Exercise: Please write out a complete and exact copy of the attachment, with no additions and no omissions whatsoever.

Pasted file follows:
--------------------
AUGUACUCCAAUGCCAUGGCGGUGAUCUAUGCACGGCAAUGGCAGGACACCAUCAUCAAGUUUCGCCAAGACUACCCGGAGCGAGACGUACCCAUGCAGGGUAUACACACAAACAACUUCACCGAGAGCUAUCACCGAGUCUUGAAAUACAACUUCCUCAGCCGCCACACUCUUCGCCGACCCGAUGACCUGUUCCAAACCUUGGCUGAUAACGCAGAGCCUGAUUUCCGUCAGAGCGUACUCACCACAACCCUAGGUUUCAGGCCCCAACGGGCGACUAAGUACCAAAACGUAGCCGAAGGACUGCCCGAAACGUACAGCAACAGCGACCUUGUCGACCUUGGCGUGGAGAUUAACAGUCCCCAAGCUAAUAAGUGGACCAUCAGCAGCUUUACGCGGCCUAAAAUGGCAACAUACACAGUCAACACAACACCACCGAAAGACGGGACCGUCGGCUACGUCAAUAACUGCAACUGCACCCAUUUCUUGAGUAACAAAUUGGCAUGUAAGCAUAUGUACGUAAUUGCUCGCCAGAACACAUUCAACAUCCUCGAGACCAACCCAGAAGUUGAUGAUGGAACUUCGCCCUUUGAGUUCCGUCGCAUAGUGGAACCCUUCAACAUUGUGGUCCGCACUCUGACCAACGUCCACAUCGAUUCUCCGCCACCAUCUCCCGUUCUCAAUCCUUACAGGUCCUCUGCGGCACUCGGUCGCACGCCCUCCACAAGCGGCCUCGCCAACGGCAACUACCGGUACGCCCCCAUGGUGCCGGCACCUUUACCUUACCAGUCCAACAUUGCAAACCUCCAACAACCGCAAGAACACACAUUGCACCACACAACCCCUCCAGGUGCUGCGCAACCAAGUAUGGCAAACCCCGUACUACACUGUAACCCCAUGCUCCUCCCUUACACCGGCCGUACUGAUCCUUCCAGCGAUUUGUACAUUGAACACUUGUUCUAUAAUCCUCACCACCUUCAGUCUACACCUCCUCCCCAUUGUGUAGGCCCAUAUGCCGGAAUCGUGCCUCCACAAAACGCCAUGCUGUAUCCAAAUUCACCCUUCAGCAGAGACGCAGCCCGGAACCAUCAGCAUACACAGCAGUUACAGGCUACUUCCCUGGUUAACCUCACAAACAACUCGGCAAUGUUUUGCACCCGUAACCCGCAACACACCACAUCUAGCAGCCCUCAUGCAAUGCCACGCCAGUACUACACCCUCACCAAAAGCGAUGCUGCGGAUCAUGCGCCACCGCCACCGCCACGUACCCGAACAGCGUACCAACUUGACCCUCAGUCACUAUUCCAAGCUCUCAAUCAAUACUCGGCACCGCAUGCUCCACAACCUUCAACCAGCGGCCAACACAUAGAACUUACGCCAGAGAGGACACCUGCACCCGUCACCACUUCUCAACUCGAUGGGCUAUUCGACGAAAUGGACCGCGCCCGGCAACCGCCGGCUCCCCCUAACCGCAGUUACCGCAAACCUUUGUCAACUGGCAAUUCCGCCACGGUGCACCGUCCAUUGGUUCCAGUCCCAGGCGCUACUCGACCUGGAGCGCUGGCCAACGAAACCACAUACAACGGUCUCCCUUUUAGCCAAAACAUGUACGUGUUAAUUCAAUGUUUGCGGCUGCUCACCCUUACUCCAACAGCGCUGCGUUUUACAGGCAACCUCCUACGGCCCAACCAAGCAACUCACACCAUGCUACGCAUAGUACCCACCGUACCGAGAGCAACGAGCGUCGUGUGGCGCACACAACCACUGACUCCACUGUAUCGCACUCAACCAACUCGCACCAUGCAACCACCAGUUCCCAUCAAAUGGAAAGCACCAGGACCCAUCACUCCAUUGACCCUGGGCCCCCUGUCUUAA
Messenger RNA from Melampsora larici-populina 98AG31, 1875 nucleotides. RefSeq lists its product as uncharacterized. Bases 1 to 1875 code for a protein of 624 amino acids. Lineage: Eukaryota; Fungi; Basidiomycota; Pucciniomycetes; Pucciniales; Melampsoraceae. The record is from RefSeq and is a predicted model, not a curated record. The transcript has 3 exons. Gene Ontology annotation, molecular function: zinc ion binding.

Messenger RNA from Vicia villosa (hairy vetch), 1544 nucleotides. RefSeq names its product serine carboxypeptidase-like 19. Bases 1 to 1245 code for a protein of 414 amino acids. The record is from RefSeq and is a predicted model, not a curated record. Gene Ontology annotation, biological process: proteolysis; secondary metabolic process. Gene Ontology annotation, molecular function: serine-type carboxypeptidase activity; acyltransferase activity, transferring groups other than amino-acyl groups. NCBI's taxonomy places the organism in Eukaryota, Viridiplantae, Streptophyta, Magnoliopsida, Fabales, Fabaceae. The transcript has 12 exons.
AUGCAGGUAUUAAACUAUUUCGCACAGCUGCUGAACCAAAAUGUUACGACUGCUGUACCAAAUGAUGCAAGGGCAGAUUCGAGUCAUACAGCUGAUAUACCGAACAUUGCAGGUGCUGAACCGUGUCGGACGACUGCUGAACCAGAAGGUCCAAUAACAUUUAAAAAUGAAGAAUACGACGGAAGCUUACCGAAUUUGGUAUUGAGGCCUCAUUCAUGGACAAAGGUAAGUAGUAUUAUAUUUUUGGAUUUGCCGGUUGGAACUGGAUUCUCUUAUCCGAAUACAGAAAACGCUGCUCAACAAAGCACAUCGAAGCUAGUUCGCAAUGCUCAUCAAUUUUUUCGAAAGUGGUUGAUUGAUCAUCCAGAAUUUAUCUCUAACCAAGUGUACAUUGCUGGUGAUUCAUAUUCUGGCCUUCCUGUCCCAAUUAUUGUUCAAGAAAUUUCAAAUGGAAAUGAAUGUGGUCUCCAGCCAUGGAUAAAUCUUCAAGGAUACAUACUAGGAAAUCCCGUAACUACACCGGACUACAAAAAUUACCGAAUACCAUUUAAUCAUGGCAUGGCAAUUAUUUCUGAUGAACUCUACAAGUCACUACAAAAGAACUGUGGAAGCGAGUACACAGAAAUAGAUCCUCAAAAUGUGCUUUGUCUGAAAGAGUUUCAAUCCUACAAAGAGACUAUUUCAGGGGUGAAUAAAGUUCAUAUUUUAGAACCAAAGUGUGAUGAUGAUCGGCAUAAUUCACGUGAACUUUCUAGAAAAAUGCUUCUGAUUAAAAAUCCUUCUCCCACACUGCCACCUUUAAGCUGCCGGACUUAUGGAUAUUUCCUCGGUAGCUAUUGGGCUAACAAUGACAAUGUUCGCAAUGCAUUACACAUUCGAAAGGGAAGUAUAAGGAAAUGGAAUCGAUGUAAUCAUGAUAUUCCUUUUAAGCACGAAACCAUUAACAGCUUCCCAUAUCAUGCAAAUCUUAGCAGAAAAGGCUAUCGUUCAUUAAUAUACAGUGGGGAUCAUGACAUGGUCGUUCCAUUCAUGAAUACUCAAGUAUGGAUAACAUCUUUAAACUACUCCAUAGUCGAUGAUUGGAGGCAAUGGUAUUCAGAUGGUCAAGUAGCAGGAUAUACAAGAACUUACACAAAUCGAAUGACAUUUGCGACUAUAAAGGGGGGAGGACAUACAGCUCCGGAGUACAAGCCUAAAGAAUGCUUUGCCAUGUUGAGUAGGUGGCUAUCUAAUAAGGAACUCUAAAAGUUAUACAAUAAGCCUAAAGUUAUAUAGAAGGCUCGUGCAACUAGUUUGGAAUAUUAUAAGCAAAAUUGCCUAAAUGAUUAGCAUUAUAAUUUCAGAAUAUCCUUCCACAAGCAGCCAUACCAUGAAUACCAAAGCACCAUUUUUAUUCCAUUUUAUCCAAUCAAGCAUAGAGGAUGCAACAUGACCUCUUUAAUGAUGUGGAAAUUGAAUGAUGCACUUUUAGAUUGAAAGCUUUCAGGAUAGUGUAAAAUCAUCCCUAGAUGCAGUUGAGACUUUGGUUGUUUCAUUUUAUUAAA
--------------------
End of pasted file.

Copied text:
AUGUACUCCAAUGCCAUGGCGGUGAUCUAUGCACGGCAAUGGCAGGACACCAUCAUCAAGUUUCGCCAAGACUACCCGGAGCGAGACGUACCCAUGCAGGGUAUACACACAAACAACUUCACCGAGAGCUAUCACCGAGUCUUGAAAUACAACUUCCUCAGCCGCCACACUCUUCGCCGACCCGAUGACCUGUUCCAAACCUUGGCUGAUAACGCAGAGCCUGAUUUCCGUCAGAGCGUACUCACCACAACCCUAGGUUUCAGGCCCCAACGGGCGACUAAGUACCAAAACGUAGCCGAAGGACUGCCCGAAACGUACAGCAACAGCGACCUUGUCGACCUUGGCGUGGAGAUUAACAGUCCCCAAGCUAAUAAGUGGACCAUCAGCAGCUUUACGCGGCCUAAAAUGGCAACAUACACAGUCAACACAACACCACCGAAAGACGGGACCGUCGGCUACGUCAAUAACUGCAACUGCACCCAUUUCUUGAGUAACAAAUUGGCAUGUAAGCAUAUGUACGUAAUUGCUCGCCAGAACACAUUCAACAUCCUCGAGACCAACCCAGAAGUUGAUGAUGGAACUUCGCCCUUUGAGUUCCGUCGCAUAGUGGAACCCUUCAACAUUGUGGUCCGCACUCUGACCAACGUCCACAUCGAUUCUCCGCCACCAUCUCCCGUUCUCAAUCCUUACAGGUCCUCUGCGGCACUCGGUCGCACGCCCUCCACAAGCGGCCUCGCCAACGGCAACUACCGGUACGCCCCCAUGGUGCCGGCACCUUUACCUUACCAGUCCAACAUUGCAAACCUCCAACAACCGCAAGAACACACAUUGCACCACACAACCCCUCCAGGUGCUGCGCAACCAAGUAUGGCAAACCCCGUACUACACUGUAACCCCAUGCUCCUCCCUUACACCGGCCGUACUGAUCCUUCCAGCGAUUUGUACAUUGAACACUUGUUCUAUAAUCCUCACCACCUUCAGUCUACACCUCCUCCCCAUUGUGUAGGCCCAUAUGCCGGAAUCGUGCCUCCACAAAACGCCAUGCUGUAUCCAAAUUCACCCUUCAGCAGAGACGCAGCCCGGAACCAUCAGCAUACACAGCAGUUACAGGCUACUUCCCUGGUUAACCUCACAAACAACUCGGCAAUGUUUUGCACCCGUAACCCGCAACACACCACAUCUAGCAGCCCUCAUGCAAUGCCACGCCAGUACUACACCCUCACCAAAAGCGAUGCUGCGGAUCAUGCGCCACCGCCACCGCCACGUACCCGAACAGCGUACCAACUUGACCCUCAGUCACUAUUCCAAGCUCUCAAUCAAUACUCGGCACCGCAUGCUCCACAACCUUCAACCAGCGGCCAACACAUAGAACUUACGCCAGAGAGGACACCUGCACCCGUCACCACUUCUCAACUCGAUGGGCUAUUCGACGAAAUGGACCGCGCCCGGCAACCGCCGGCUCCCCCUAACCGCAGUUACCGCAAACCUUUGUCAACUGGCAAUUCCGCCACGGUGCACCGUCCAUUGGUUCCAGUCCCAGGCGCUACUCGACCUGGAGCGCUGGCCAACGAAACCACAUACAACGGUCUCCCUUUUAGCCAAAACAUGUACGUGUUAAUUCAAUGUUUGCGGCUGCUCACCCUUACUCCAACAGCGCUGCGUUUUACAGGCAACCUCCUACGGCCCAACCAAGCAACUCACACCAUGCUACGCAUAGUACCCACCGUACCGAGAGCAACGAGCGUCGUGUGGCGCACACAACCACUGACUCCACUGUAUCGCACUCAACCAACUCGCACCAUGCAACCACCAGUUCCCAUCAAAUGGAAAGCACCAGGACCCAUCACUCCAUUGACCCUGGGCCCCCUGUCUUAA
Messenger RNA from Melampsora larici-populina 98AG31, 1875 nucleotides. RefSeq lists its product as uncharacterized. Bases 1 to 1875 code for a protein of 624 amino acids. Lineage: Eukaryota; Fungi; Basidiomycota; Pucciniomycetes; Pucciniales; Melampsoraceae. The record is from RefSeq and is a predicted model, not a curated record. The transcript has 3 exons. Gene Ontology annotation, molecular function: zinc ion binding.

Messenger RNA from Vicia villosa (hairy vetch), 1544 nucleotides. RefSeq names its product serine carboxypeptidase-like 19. Bases 1 to 1245 code for a protein of 414 amino acids. The record is from RefSeq and is a predicted model, not a curated record. Gene Ontology annotation, biological process: proteolysis; secondary metabolic process. Gene Ontology annotation, molecular function: serine-type carboxypeptidase activity; acyltransferase activity, transferring groups other than amino-acyl groups. NCBI's taxonomy places the organism in Eukaryota, Viridiplantae, Streptophyta, Magnoliopsida, Fabales, Fabaceae. The transcript has 12 exons.
AUGCAGGUAUUAAACUAUUUCGCACAGCUGCUGAACCAAAAUGUUACGACUGCUGUACCAAAUGAUGCAAGGGCAGAUUCGAGUCAUACAGCUGAUAUACCGAACAUUGCAGGUGCUGAACCGUGUCGGACGACUGCUGAACCAGAAGGUCCAAUAACAUUUAAAAAUGAAGAAUACGACGGAAGCUUACCGAAUUUGGUAUUGAGGCCUCAUUCAUGGACAAAGGUAAGUAGUAUUAUAUUUUUGGAUUUGCCGGUUGGAACUGGAUUCUCUUAUCCGAAUACAGAAAACGCUGCUCAACAAAGCACAUCGAAGCUAGUUCGCAAUGCUCAUCAAUUUUUUCGAAAGUGGUUGAUUGAUCAUCCAGAAUUUAUCUCUAACCAAGUGUACAUUGCUGGUGAUUCAUAUUCUGGCCUUCCUGUCCCAAUUAUUGUUCAAGAAAUUUCAAAUGGAAAUGAAUGUGGUCUCCAGCCAUGGAUAAAUCUUCAAGGAUACAUACUAGGAAAUCCCGUAACUACACCGGACUACAAAAAUUACCGAAUACCAUUUAAUCAUGGCAUGGCAAUUAUUUCUGAUGAACUCUACAAGUCACUACAAAAGAACUGUGGAAGCGAGUACACAGAAAUAGAUCCUCAAAAUGUGCUUUGUCUGAAAGAGUUUCAAUCCUACAAAGAGACUAUUUCAGGGGUGAAUAAAGUUCAUAUUUUAGAACCAAAGUGUGAUGAUGAUCGGCAUAAUUCACGUGAACUUUCUAGAAAAAUGCUUCUGAUUAAAAAUCCUUCUCCCACACUGCCACCUUUAAGCUGCCGGACUUAUGGAUAUUUCCUCGGUAGCUAUUGGGCUAACAAUGACAAUGUUCGCAAUGCAUUACACAUUCGAAAGGGAAGUAUAAGGAAAUGGAAUCGAUGUAAUCAUGAUAUUCCUUUUAAGCACGAAACCAUUAACAGCUUCCCAUAUCAUGCAAAUCUUAGCAGAAAAGGCUAUCGUUCAUUAAUAUACAGUGGGGAUCAUGACAUGGUCGUUCCAUUCAUGAAUACUCAAGUAUGGAUAACAUCUUUAAACUACUCCAUAGUCGAUGAUUGGAGGCAAUGGUAUUCAGAUGGUCAAGUAGCAGGAUAUACAAGAACUUACACAAAUCGAAUGACAUUUGCGACUAUAAAGGGGGGAGGACAUACAGCUCCGGAGUACAAGCCUAAAGAAUGCUUUGCCAUGUUGAGUAGGUGGCUAUCUAAUAAGGAACUCUAAAAGUUAUACAAUAAGCCUAAAGUUAUAUAGAAGGCUCGUGCAACUAGUUUGGAAUAUUAUAAGCAAAAUUGCCUAAAUGAUUAGCAUUAUAAUUUCAGAAUAUCCUUCCACAAGCAGCCAUACCAUGAAUACCAAAGCACCAUUUUUAUUCCAUUUUAUCCAAUCAAGCAUAGAGGAUGCAACAUGACCUCUUUAAUGAUGUGGAAAUUGAAUGAUGCACUUUUAGAUUGAAAGCUUUCAGGAUAGUGUAAAAUCAUCCCUAGAUGCAGUUGAGACUUUGGUUGUUUCAUUUUAUUAAA